Interestingly, many Irish became Mexican citizens to obtain large tracts of land
1835-1840 - School teachers in Austin were Irishmen
Dallas was founded by John N Bryan who came in 1841 and built a cabin on the east bank of the Trinity River (which was part of Peters Colony)
San Patricio (named after St Patrick) established October 1831 on the east bank of the Nueces River. By 1836 there were 500 people living there. The railroad bypassed the town (1886) and many moved out. 1919 a hurricane destroyed much of the town and the old St Patrick's church.
1840's - a large influx of Irish to San Antonio; one area was known as the "Irish Flats" (1842)
Henry L Kinney founded Corpus Christi. There were 27 blocks of "Irishtown". The area had its own firefighting unit, the Shamrock Hose Company. In 1875 there was a hurricane in Corpus Christi.

Check your local library for a copy or you can find one here:

Book Review - America's Westward Expansion Series - Pioneer Life in the American West by Christy Steele

America's Westward Expansion Series - Pioneer Life in the American West by Christy Steele - ISBN#0-8368-5790-9

Learn how the U.S. government once gave away millions of acres of free land under the Homestead Act. In many cases, the "free" land wound up costing many pioneers much more than they had bargained for, causing some financial ruin and even death. This volume explains the hazardous challenges of daily pioneer life, such as finding food, water and fuel that people needed to survive.


1820 - The Land Law of 1820 offered public lands for sale in 80-acre lots at $1.25 per acre (or $100 per parcel). Land speculators bought up lots and re-sold them at higher prices or split them into smaller units and sold them for a profit.
1830 - President Andrew Jackson enforces a Native American removal policy to obtain their land (in today's Kansas, Oklahoma, Nebraska, Montana, and the Dakotas) to eventually give to settlers. This land was known as the "Great American Desert".
1840's - Settlers bypassed the "sea of grass" to settle in California and the Pacific Northwest.
1841 - Pre-Emption Act of 1841 helped squatters to buy legal title to the land they occupied.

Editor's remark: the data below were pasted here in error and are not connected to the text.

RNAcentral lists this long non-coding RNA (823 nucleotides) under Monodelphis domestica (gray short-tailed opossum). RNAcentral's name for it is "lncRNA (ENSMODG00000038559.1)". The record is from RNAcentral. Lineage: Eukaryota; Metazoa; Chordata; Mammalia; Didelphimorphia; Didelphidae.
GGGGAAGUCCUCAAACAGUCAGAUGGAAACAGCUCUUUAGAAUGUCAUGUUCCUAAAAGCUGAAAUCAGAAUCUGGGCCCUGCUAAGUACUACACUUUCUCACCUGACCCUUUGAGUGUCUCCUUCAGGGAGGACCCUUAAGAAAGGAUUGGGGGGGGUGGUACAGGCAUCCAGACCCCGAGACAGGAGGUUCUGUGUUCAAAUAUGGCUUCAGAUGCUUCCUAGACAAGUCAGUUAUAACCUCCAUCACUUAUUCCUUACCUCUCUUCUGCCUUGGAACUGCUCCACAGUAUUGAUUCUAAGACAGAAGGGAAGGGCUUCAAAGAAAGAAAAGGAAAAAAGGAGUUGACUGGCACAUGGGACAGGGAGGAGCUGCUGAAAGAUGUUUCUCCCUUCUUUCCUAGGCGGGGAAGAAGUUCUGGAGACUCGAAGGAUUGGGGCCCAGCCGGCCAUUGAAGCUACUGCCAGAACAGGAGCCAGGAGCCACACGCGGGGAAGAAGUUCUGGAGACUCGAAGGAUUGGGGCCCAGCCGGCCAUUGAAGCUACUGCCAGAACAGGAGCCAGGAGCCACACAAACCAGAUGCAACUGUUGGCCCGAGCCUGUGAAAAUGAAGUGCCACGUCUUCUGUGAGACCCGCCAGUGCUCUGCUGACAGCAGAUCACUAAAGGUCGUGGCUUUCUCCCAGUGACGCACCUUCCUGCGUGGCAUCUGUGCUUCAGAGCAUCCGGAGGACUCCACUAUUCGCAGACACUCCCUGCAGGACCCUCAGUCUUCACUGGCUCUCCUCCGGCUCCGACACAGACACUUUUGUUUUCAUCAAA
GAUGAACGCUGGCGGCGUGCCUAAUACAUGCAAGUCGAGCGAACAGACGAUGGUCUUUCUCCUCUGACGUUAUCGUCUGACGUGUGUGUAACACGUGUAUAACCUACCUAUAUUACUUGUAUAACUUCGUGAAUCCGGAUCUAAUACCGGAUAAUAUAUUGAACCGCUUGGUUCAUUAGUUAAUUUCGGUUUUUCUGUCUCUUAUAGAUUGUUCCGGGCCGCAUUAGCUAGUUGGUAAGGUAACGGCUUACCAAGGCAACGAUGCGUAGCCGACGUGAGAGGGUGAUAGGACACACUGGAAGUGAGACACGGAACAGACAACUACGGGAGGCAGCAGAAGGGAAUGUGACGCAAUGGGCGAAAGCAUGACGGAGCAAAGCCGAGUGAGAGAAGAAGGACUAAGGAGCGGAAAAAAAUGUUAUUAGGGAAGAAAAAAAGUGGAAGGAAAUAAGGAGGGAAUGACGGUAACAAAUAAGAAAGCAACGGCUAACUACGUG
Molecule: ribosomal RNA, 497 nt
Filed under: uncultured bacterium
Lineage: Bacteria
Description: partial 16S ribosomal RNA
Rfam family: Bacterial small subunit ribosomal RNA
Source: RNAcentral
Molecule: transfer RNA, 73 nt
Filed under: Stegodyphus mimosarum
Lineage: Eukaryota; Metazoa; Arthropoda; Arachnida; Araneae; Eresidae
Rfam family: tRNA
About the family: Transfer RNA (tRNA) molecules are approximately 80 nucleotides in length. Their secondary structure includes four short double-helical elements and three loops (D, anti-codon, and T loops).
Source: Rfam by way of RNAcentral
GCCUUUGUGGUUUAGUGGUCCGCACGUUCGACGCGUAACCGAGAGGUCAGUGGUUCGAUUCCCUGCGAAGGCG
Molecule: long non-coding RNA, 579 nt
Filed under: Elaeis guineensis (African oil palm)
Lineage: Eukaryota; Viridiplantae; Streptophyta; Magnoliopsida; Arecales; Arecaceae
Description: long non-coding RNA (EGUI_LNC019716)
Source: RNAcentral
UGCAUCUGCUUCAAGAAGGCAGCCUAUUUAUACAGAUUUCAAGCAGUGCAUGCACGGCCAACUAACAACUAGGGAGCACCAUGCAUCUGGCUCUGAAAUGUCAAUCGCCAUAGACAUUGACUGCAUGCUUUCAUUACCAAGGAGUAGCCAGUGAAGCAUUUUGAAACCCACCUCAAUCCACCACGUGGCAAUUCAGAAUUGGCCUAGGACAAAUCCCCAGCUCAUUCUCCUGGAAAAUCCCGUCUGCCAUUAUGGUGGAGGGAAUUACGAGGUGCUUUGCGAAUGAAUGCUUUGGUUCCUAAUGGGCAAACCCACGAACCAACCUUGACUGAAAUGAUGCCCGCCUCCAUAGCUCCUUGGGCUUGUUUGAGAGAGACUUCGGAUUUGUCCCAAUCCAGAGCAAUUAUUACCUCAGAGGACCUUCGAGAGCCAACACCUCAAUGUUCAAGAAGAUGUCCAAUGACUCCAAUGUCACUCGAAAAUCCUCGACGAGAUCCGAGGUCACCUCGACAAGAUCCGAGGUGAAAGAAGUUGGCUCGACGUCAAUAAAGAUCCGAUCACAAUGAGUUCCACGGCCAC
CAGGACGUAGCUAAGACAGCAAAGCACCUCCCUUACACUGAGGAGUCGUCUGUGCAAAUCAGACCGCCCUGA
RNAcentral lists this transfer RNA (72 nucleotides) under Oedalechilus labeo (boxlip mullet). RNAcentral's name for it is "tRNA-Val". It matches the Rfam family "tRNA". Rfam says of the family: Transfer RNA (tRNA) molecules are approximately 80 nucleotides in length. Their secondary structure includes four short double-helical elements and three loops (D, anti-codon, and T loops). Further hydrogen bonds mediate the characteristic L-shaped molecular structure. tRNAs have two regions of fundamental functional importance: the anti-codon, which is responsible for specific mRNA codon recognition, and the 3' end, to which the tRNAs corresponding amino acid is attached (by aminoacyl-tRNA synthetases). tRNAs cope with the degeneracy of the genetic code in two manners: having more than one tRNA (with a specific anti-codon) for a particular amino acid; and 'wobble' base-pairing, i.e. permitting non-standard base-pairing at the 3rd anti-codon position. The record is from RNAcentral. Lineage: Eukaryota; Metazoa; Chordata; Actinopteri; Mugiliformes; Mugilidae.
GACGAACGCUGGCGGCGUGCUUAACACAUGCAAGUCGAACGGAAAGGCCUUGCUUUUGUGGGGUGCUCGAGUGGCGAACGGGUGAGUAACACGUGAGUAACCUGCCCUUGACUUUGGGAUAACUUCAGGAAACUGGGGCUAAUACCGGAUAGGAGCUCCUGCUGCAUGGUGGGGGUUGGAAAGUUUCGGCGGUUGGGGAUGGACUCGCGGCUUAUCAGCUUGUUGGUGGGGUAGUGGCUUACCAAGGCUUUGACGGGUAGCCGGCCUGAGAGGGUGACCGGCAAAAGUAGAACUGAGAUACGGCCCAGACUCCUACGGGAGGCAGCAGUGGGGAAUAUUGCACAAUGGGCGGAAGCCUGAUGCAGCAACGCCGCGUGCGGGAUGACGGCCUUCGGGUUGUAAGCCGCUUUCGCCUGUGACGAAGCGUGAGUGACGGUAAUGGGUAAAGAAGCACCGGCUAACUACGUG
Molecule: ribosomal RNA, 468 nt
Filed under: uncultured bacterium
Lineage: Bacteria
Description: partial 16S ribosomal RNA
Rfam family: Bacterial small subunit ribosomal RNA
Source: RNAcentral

1862 - Homestead Act gave title of 160 acres to settlers after improving the land within 5 years (building a house, farming, etc).
The government gave acres of free land grants to the railroad companies who then sold choice land tracks to settlers to finance the railroad construction. They often lured European immigrants to purchase the land (since Americans could get free land already). The railroad even offered transportation to the land for them to buy.
1890 - Open-range ranching was over due to the invention of barbed wire (in 1873).
Sod houses: the homesteader would stack slabs of sod (grass-side down) to form the walls, formed a roof with cottonwood branches and covered that with more sod (grass-side up). This settled for several weeks, then they coated the inside walls with plaster or whitewash paste. The dirt floor had to be raked often to keep it even. Withstood fire and wind well, but insects, snakes, and mice lived within the walls. If it rained too much, the roof (and probably the walls) collapsed. Eventually, successful homesteaders imported timber to build wood-framed homes.
1837 - John Deere invented the steel plot
1845 - Texas becomes a state
1848 - James Marshall finds gold at Sutter's Mill
1850 - California becomes a state
1860 - The Pony Express starts delivering mail
1864 - Nevada becomes a state
1869 - The Transcontinental Railroad is completed
1900 - Hawaii becomes a state
1907 - Oklahoma becomes a state
1912 - New Mexico and Arizona become states

Check your local library for a copy or you can find one here:

Book Review - The Sioux of the Great Northern Plains by Pete DiPrimio

The Sioux of the Great Northern Plains (We Were Here First: the Native Americans) - by Pete DiPrimio - ISBN#978-1624690754